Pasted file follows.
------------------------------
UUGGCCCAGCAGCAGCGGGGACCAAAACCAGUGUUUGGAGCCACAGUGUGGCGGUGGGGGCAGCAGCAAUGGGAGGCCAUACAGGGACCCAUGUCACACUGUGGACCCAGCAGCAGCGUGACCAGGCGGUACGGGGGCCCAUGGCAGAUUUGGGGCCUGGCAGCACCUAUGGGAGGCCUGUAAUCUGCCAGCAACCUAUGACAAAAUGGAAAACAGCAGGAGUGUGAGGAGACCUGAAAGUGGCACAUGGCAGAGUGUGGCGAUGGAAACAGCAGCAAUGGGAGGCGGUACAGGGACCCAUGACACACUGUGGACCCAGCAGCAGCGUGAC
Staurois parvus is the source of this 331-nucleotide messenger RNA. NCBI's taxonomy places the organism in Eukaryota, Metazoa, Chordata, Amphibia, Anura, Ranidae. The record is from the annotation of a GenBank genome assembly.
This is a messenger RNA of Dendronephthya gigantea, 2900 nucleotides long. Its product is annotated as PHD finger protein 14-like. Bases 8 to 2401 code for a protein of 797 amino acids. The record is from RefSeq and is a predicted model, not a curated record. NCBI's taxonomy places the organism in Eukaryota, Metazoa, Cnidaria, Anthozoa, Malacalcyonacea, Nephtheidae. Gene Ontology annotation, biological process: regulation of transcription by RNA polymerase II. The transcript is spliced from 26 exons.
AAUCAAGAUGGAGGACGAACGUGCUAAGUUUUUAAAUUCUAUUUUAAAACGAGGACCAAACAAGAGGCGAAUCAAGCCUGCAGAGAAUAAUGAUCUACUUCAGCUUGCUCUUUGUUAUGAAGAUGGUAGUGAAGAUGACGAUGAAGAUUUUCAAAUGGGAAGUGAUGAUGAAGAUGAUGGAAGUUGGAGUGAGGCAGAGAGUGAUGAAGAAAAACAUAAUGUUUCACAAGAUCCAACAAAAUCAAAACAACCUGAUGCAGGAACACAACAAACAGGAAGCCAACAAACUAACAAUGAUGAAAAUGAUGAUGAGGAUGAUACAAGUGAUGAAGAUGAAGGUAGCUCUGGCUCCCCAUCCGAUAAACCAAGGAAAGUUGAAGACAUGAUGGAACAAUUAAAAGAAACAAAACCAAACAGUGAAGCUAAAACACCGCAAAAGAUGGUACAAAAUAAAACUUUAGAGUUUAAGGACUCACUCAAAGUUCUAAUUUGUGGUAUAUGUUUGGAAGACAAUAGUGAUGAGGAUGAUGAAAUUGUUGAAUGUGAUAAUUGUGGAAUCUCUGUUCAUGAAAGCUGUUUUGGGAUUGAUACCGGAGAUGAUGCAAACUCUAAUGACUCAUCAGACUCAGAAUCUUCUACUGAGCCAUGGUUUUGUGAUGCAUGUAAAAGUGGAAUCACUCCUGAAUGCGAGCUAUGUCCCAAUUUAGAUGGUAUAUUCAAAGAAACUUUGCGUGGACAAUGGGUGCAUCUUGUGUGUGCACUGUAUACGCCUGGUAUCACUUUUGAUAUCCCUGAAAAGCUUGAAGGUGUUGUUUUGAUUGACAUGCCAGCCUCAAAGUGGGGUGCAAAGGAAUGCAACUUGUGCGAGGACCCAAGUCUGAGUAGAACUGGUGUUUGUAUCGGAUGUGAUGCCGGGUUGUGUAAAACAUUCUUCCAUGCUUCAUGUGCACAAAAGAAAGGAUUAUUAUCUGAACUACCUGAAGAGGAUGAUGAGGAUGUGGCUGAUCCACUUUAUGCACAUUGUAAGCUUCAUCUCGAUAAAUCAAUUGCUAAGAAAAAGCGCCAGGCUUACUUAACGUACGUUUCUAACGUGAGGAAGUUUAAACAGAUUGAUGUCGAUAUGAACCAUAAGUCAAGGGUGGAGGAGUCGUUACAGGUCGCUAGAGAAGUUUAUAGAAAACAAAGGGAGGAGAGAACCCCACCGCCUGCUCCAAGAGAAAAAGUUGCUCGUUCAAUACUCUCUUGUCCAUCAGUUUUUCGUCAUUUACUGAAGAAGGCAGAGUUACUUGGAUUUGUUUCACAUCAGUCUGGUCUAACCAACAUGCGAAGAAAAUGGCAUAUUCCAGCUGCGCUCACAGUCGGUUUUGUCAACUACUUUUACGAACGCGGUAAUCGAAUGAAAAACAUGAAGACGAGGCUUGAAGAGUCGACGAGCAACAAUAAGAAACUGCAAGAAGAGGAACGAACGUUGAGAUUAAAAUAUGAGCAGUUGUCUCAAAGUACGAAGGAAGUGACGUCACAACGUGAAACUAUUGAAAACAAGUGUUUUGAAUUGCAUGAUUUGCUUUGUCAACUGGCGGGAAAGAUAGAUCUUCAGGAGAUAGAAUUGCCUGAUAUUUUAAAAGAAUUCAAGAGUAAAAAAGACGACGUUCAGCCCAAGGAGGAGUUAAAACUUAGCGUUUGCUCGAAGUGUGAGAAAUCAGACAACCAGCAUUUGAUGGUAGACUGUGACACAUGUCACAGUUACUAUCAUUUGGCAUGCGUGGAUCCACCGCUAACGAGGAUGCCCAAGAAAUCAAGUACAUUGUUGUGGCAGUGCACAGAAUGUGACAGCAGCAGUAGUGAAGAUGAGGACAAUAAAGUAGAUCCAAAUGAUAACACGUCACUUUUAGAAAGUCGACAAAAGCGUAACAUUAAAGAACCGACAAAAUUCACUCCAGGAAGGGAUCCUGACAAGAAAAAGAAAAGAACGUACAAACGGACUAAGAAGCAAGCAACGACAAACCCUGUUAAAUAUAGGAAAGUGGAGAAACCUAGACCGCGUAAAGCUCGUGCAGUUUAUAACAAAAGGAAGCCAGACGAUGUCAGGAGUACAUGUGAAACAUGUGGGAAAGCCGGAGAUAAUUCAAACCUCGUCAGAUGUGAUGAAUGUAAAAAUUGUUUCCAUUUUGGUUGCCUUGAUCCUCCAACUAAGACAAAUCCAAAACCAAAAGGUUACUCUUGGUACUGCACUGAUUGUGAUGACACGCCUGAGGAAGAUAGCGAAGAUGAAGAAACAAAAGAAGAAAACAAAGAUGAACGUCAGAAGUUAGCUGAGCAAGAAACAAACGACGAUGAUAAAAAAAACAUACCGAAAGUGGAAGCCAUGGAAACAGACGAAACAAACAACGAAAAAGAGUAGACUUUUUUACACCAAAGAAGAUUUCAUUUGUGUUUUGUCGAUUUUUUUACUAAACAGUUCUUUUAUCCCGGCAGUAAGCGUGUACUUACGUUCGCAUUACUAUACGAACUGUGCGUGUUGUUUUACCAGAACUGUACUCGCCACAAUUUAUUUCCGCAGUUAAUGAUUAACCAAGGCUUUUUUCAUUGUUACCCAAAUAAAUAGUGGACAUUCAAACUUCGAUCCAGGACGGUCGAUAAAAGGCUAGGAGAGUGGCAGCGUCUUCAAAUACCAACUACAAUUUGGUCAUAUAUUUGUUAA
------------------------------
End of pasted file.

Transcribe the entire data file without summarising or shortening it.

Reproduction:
UUGGCCCAGCAGCAGCGGGGACCAAAACCAGUGUUUGGAGCCACAGUGUGGCGGUGGGGGCAGCAGCAAUGGGAGGCCAUACAGGGACCCAUGUCACACUGUGGACCCAGCAGCAGCGUGACCAGGCGGUACGGGGGCCCAUGGCAGAUUUGGGGCCUGGCAGCACCUAUGGGAGGCCUGUAAUCUGCCAGCAACCUAUGACAAAAUGGAAAACAGCAGGAGUGUGAGGAGACCUGAAAGUGGCACAUGGCAGAGUGUGGCGAUGGAAACAGCAGCAAUGGGAGGCGGUACAGGGACCCAUGACACACUGUGGACCCAGCAGCAGCGUGAC
Staurois parvus is the source of this 331-nucleotide messenger RNA. NCBI's taxonomy places the organism in Eukaryota, Metazoa, Chordata, Amphibia, Anura, Ranidae. The record is from the annotation of a GenBank genome assembly.
This is a messenger RNA of Dendronephthya gigantea, 2900 nucleotides long. Its product is annotated as PHD finger protein 14-like. Bases 8 to 2401 code for a protein of 797 amino acids. The record is from RefSeq and is a predicted model, not a curated record. NCBI's taxonomy places the organism in Eukaryota, Metazoa, Cnidaria, Anthozoa, Malacalcyonacea, Nephtheidae. Gene Ontology annotation, biological process: regulation of transcription by RNA polymerase II. The transcript is spliced from 26 exons.
AAUCAAGAUGGAGGACGAACGUGCUAAGUUUUUAAAUUCUAUUUUAAAACGAGGACCAAACAAGAGGCGAAUCAAGCCUGCAGAGAAUAAUGAUCUACUUCAGCUUGCUCUUUGUUAUGAAGAUGGUAGUGAAGAUGACGAUGAAGAUUUUCAAAUGGGAAGUGAUGAUGAAGAUGAUGGAAGUUGGAGUGAGGCAGAGAGUGAUGAAGAAAAACAUAAUGUUUCACAAGAUCCAACAAAAUCAAAACAACCUGAUGCAGGAACACAACAAACAGGAAGCCAACAAACUAACAAUGAUGAAAAUGAUGAUGAGGAUGAUACAAGUGAUGAAGAUGAAGGUAGCUCUGGCUCCCCAUCCGAUAAACCAAGGAAAGUUGAAGACAUGAUGGAACAAUUAAAAGAAACAAAACCAAACAGUGAAGCUAAAACACCGCAAAAGAUGGUACAAAAUAAAACUUUAGAGUUUAAGGACUCACUCAAAGUUCUAAUUUGUGGUAUAUGUUUGGAAGACAAUAGUGAUGAGGAUGAUGAAAUUGUUGAAUGUGAUAAUUGUGGAAUCUCUGUUCAUGAAAGCUGUUUUGGGAUUGAUACCGGAGAUGAUGCAAACUCUAAUGACUCAUCAGACUCAGAAUCUUCUACUGAGCCAUGGUUUUGUGAUGCAUGUAAAAGUGGAAUCACUCCUGAAUGCGAGCUAUGUCCCAAUUUAGAUGGUAUAUUCAAAGAAACUUUGCGUGGACAAUGGGUGCAUCUUGUGUGUGCACUGUAUACGCCUGGUAUCACUUUUGAUAUCCCUGAAAAGCUUGAAGGUGUUGUUUUGAUUGACAUGCCAGCCUCAAAGUGGGGUGCAAAGGAAUGCAACUUGUGCGAGGACCCAAGUCUGAGUAGAACUGGUGUUUGUAUCGGAUGUGAUGCCGGGUUGUGUAAAACAUUCUUCCAUGCUUCAUGUGCACAAAAGAAAGGAUUAUUAUCUGAACUACCUGAAGAGGAUGAUGAGGAUGUGGCUGAUCCACUUUAUGCACAUUGUAAGCUUCAUCUCGAUAAAUCAAUUGCUAAGAAAAAGCGCCAGGCUUACUUAACGUACGUUUCUAACGUGAGGAAGUUUAAACAGAUUGAUGUCGAUAUGAACCAUAAGUCAAGGGUGGAGGAGUCGUUACAGGUCGCUAGAGAAGUUUAUAGAAAACAAAGGGAGGAGAGAACCCCACCGCCUGCUCCAAGAGAAAAAGUUGCUCGUUCAAUACUCUCUUGUCCAUCAGUUUUUCGUCAUUUACUGAAGAAGGCAGAGUUACUUGGAUUUGUUUCACAUCAGUCUGGUCUAACCAACAUGCGAAGAAAAUGGCAUAUUCCAGCUGCGCUCACAGUCGGUUUUGUCAACUACUUUUACGAACGCGGUAAUCGAAUGAAAAACAUGAAGACGAGGCUUGAAGAGUCGACGAGCAACAAUAAGAAACUGCAAGAAGAGGAACGAACGUUGAGAUUAAAAUAUGAGCAGUUGUCUCAAAGUACGAAGGAAGUGACGUCACAACGUGAAACUAUUGAAAACAAGUGUUUUGAAUUGCAUGAUUUGCUUUGUCAACUGGCGGGAAAGAUAGAUCUUCAGGAGAUAGAAUUGCCUGAUAUUUUAAAAGAAUUCAAGAGUAAAAAAGACGACGUUCAGCCCAAGGAGGAGUUAAAACUUAGCGUUUGCUCGAAGUGUGAGAAAUCAGACAACCAGCAUUUGAUGGUAGACUGUGACACAUGUCACAGUUACUAUCAUUUGGCAUGCGUGGAUCCACCGCUAACGAGGAUGCCCAAGAAAUCAAGUACAUUGUUGUGGCAGUGCACAGAAUGUGACAGCAGCAGUAGUGAAGAUGAGGACAAUAAAGUAGAUCCAAAUGAUAACACGUCACUUUUAGAAAGUCGACAAAAGCGUAACAUUAAAGAACCGACAAAAUUCACUCCAGGAAGGGAUCCUGACAAGAAAAAGAAAAGAACGUACAAACGGACUAAGAAGCAAGCAACGACAAACCCUGUUAAAUAUAGGAAAGUGGAGAAACCUAGACCGCGUAAAGCUCGUGCAGUUUAUAACAAAAGGAAGCCAGACGAUGUCAGGAGUACAUGUGAAACAUGUGGGAAAGCCGGAGAUAAUUCAAACCUCGUCAGAUGUGAUGAAUGUAAAAAUUGUUUCCAUUUUGGUUGCCUUGAUCCUCCAACUAAGACAAAUCCAAAACCAAAAGGUUACUCUUGGUACUGCACUGAUUGUGAUGACACGCCUGAGGAAGAUAGCGAAGAUGAAGAAACAAAAGAAGAAAACAAAGAUGAACGUCAGAAGUUAGCUGAGCAAGAAACAAACGACGAUGAUAAAAAAAACAUACCGAAAGUGGAAGCCAUGGAAACAGACGAAACAAACAACGAAAAAGAGUAGACUUUUUUACACCAAAGAAGAUUUCAUUUGUGUUUUGUCGAUUUUUUUACUAAACAGUUCUUUUAUCCCGGCAGUAAGCGUGUACUUACGUUCGCAUUACUAUACGAACUGUGCGUGUUGUUUUACCAGAACUGUACUCGCCACAAUUUAUUUCCGCAGUUAAUGAUUAACCAAGGCUUUUUUCAUUGUUACCCAAAUAAAUAGUGGACAUUCAAACUUCGAUCCAGGACGGUCGAUAAAAGGCUAGGAGAGUGGCAGCGUCUUCAAAUACCAACUACAAUUUGGUCAUAUAUUUGUUAA